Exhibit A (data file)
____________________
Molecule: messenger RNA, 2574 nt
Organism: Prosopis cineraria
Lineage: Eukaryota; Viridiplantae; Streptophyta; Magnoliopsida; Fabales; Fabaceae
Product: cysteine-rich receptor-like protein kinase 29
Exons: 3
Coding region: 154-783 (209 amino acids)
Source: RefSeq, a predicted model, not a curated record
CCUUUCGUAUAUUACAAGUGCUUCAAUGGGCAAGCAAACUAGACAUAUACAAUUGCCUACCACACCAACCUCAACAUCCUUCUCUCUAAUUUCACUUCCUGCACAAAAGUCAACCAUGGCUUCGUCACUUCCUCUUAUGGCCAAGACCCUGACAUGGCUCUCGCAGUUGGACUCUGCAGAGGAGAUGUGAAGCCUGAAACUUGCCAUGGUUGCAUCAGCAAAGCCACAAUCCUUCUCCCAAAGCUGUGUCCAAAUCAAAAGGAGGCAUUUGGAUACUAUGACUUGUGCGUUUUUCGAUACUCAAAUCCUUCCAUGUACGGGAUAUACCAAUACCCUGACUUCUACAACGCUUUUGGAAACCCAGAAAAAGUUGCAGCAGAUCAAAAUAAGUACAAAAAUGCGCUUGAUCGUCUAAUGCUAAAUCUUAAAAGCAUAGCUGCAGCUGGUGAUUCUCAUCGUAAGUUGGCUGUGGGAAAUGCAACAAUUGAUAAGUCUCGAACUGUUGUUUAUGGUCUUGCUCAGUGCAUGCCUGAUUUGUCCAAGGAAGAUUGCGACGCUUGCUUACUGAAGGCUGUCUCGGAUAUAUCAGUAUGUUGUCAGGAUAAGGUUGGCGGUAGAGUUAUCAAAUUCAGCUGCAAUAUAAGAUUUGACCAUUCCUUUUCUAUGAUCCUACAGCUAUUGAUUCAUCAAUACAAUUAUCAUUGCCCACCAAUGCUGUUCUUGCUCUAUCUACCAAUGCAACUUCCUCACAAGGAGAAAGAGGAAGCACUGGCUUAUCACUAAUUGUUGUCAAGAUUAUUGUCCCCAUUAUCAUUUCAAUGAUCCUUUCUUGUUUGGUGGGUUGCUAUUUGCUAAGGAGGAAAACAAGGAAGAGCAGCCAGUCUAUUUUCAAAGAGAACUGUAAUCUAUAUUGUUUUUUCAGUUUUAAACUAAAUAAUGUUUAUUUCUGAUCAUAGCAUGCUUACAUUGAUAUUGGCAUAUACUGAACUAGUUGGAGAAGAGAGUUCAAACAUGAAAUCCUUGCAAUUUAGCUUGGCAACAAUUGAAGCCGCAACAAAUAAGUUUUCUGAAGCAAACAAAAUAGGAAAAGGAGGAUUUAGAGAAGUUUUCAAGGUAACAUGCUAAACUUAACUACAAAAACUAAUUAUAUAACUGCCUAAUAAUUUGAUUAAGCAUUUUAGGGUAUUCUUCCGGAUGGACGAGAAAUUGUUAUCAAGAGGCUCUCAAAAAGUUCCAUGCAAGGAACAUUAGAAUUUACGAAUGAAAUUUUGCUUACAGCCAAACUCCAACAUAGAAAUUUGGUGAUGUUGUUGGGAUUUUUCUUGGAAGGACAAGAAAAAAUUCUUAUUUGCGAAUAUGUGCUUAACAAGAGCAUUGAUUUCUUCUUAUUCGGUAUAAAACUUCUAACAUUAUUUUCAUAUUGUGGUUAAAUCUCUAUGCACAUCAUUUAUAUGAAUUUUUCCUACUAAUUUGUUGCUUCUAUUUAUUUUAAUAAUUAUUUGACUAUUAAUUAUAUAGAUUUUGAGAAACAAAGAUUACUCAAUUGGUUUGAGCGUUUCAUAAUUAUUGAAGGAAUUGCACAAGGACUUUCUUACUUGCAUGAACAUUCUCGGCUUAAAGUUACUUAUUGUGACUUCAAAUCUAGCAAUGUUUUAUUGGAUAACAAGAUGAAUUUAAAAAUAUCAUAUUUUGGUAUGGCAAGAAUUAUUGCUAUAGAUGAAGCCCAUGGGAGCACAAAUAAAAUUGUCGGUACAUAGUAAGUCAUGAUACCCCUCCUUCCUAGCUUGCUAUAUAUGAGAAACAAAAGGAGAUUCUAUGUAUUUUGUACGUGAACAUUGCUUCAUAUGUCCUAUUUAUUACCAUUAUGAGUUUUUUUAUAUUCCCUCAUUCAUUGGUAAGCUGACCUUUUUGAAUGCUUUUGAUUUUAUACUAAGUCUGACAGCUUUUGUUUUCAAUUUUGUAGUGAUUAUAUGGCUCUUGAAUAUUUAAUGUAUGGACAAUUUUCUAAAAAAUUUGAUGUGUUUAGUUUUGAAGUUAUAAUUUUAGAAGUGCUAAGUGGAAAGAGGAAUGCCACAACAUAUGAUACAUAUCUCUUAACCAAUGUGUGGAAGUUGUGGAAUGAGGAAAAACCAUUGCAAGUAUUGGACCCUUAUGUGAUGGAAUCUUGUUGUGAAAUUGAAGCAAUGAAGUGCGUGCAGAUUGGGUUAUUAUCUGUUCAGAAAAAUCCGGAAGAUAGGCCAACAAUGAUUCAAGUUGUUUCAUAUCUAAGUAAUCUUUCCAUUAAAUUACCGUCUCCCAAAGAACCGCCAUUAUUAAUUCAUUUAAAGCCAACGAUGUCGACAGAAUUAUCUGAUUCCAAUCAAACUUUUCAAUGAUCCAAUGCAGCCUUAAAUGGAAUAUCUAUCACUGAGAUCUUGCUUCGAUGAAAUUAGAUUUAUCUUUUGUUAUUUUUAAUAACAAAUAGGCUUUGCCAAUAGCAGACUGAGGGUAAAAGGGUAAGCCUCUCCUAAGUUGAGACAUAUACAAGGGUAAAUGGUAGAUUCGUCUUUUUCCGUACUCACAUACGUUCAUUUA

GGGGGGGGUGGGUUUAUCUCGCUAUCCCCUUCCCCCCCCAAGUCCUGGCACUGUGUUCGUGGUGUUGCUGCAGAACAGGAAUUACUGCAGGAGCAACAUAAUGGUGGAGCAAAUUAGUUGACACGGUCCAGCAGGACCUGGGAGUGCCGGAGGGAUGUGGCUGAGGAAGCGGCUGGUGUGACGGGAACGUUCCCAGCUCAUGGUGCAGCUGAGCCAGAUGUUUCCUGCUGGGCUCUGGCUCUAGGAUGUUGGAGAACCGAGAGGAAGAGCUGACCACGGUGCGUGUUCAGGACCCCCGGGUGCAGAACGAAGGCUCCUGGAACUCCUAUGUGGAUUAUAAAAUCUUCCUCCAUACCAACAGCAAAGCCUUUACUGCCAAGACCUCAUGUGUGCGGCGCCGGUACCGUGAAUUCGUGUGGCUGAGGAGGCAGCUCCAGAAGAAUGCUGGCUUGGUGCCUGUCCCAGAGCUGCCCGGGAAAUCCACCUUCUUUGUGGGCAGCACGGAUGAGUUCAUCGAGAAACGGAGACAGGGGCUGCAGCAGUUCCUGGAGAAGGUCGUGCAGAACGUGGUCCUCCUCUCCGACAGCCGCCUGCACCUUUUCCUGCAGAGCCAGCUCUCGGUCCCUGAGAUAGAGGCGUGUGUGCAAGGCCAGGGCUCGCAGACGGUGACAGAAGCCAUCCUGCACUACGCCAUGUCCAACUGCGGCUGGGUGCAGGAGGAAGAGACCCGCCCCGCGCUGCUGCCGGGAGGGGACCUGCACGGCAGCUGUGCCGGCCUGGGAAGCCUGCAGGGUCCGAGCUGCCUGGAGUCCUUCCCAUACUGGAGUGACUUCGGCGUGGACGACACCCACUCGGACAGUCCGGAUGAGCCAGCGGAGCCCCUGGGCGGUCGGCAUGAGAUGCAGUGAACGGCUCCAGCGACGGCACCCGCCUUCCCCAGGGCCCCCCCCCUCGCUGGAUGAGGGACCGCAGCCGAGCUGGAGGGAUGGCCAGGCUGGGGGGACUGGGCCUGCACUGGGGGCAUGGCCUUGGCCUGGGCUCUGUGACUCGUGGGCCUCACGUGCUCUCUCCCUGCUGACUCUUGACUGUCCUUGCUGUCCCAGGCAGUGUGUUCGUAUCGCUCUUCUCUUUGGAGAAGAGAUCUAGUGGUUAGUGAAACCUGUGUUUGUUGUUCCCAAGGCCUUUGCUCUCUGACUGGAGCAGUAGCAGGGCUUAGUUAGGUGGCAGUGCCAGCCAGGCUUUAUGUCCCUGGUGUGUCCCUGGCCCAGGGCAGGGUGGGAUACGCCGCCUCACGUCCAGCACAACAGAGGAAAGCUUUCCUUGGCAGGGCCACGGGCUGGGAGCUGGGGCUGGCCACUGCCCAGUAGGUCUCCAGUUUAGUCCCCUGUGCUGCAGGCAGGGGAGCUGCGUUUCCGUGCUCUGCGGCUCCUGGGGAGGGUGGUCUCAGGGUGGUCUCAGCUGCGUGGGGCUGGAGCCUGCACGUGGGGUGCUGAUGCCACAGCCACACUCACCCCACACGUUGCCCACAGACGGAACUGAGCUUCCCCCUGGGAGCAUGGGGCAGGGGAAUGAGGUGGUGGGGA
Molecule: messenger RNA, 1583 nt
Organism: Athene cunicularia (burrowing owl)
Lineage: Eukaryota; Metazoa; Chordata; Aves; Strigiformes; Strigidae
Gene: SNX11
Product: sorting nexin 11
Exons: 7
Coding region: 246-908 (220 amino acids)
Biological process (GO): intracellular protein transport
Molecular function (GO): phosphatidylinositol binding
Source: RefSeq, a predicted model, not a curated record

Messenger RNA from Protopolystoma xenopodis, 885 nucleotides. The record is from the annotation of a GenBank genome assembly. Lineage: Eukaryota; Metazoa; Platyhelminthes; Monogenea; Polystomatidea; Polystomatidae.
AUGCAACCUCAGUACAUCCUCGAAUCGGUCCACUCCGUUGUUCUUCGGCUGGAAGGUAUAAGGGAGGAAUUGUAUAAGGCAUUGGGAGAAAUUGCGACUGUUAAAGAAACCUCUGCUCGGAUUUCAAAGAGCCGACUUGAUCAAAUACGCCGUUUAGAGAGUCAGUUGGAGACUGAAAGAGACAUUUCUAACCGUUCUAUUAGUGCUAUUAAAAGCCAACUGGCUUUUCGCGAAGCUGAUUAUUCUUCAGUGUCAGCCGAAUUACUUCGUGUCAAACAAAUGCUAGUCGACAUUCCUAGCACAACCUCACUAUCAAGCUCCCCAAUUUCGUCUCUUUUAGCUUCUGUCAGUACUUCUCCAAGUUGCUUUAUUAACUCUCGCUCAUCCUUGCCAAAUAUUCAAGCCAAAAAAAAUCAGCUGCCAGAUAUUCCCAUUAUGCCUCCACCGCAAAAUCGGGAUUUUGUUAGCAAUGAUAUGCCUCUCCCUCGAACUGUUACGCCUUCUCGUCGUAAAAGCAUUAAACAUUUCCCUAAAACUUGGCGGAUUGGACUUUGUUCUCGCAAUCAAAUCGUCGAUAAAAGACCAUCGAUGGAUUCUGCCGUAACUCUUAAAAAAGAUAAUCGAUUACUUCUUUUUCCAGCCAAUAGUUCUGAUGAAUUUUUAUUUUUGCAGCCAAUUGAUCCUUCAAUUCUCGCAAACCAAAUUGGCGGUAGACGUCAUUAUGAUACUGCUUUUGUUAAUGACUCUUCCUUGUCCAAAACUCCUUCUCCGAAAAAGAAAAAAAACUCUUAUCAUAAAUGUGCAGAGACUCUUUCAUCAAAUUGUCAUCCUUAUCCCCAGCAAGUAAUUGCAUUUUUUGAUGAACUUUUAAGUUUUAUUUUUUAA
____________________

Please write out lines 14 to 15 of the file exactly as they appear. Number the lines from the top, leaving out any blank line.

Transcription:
Product: sorting nexin 11
Exons: 7